Visit Djibouti – one of the least visited countries in the world
I have to confess that Djibouti was not in my list of travels planned (and I’m not talking for this year but not at all on my radar). I was planning my trip to Ethiopia and for some unknown reason to me at the moment I thought since I’m going to Danakil Depression, I might as well visit Djibouti (when actually Danakil is closer to Eritrea but, hey, I learn the geography of the region while traveling). Anyways, the initial idea was to travel to Ethiopia and then overland to Djibouti but since the eVisa is valid only when landing at Ambouli International Airport I had to change my plans.
When searching for things to do in Djibouti and places to visit I only found three things: Moucha Island, Lake Assal, and Lake Abhe. None of my friends had been there and after considerable research I could get in touch with a French woman living in Djibouti who advised me on what I could do and where should I stay and also we met and she paid for my dinner at an Ethiopian affordable restaurant (more on this later).
What to know before travelling to Djibouti?
As I mentioned, there wasn’t much online about Djibouti and I couldn’t find many people who had been there. I read the CIA factbook on Djibouti which was helpful somehow but not “touristy-oriented”. Most of the things I learned about Djibouti were once I was on the ground. In order for you to be better prepared, here are some things to know before visiting Djibouti:
- Djibouti is located in Eastern Africa and constitutes what is called the Horn of Africa together with Ethiopia, Eritrea, and Somalia (and Somaliland);
- Djibouti’s official languages are French and Arabic, so a little bit of “Bonjour” and “Merci” helps if you can manage; Other widespread languages are Somali and Afar
- Djibouti is a Muslim-majority country (94% Sunni); however, I felt safe walking around (in a sleeveless dress). All the attention I got ended up with a simple “Bonjour” from locals
- If you’re visiting during Ramadan (the month of fasting for Muslims), expect most of shops, restaurants, and others to be closed during daytime hours and everything blooming after 6pm;
- Friday and Saturday are weekends in Djibouti and thus make it the best time for tours or day trips;
- Djibouti is expensive but totally worth it. If you go off-season, expect to have it more difficult to find other tourists to share costs and be flexible on your dates; and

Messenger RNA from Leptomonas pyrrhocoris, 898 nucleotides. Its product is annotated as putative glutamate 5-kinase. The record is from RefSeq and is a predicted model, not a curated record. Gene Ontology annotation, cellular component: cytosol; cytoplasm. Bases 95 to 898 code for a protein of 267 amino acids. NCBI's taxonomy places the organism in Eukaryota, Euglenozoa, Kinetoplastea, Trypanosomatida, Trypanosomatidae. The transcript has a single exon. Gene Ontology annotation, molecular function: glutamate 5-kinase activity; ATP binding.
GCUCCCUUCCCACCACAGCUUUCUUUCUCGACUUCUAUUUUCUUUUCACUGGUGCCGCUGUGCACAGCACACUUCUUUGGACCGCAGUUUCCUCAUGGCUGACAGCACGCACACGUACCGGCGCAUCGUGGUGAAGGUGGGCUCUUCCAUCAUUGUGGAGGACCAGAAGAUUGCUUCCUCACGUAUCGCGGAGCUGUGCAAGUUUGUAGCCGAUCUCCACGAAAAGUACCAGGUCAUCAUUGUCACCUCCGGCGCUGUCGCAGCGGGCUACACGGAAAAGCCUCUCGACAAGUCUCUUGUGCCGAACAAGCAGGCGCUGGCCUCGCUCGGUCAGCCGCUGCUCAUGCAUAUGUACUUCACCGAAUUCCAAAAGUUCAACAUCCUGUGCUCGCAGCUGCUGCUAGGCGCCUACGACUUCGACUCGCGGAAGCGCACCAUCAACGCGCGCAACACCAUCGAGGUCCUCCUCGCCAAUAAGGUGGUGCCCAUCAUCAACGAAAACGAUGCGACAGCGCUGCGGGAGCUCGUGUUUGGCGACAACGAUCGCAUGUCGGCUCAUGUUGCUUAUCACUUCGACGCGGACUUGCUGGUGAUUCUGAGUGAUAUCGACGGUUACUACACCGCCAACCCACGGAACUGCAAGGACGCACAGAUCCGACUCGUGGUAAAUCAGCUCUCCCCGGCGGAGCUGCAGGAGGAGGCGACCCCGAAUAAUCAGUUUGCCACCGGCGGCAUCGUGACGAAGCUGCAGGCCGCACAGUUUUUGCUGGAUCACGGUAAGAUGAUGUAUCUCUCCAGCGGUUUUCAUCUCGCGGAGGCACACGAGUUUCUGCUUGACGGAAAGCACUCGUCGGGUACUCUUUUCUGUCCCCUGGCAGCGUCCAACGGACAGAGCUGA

- Djiboutians love their country – you’ll see Djibouti flags all over the place.
What to see and do in Djibouti?
As I said, it was very difficult to find things to see/do in Djibouti before reaching there. It was interesting to read a comment on a picture of mine on Instagram that in German they used “Djibouti” to say that a place is far away and that I was the first person she “knew” who went there. (Cheers to being the first at something LOL).
Anyways, all I could find out (and actually all I did while there) were the following things:
- Get lost on purpose in the neighborhood
I stayed in Heron neighborhood during my visit in Djibouti. Early morning the next day I arrived, I decided to go for a walk around the port (at that time I thought I could take a boat from the nearby port to Moucha Island) and see what was available. Let me say – not much! At least, not if you’re looking for the European-type of things to see (I know there are people like that who want to see the same things in all places they visit). However, the walk was nice; I got some “Bonjour” here and there; it was too damn hot even at 8:30 in the morning; and finally, when I reached the port it wasn’t the one I could make use of it. Nevertheless, on the way there I came across these beautiful sights in the pictures. Then I hopped on a mini-van (sort of public transport) that took me to Djibouti city.
- Visit Djibouti city
The city had some French vibe (duh, obvious) but most of the things were closed due to Ramadan. Even the coffee place I was recommended I could have a nice morning coffee was closed so I couldn’t really see much. Then I got a taxi to go to the port where I could try and take a boat to Moucha Island. Wasn’t feeling hopeful but had to try it!
- Visit Moucha Island for snorkeling and sunbathing
To visit Moucha Island you’ll need to take a boat ride and it takes 30-45 minutes to reach from one of the Djibouti ports – search for the one near Gade Cotes (there are a couple of ports in Djibouti and more being built meantime). This ride, I was told, costs about $200, but if you can find others and split it will be affordable. I tried to find people for it but was impossible. However, I went by the port and from afar I saw some Europeans on a boat and thought I’d ask if they’d take me with them. For certain reasons, irrelevant to the post, I couldn’t make it with them. The taxi driver talked with someone and got to know that there will be a boat going to Moucha Island and they’d take me for 5000 DJF. I became a boat-tour-to-Moucha-Island crasher to a mixed group of coworkers visiting from Yemen on their break (R&R). But they welcomed me and we had a nice couple of hours.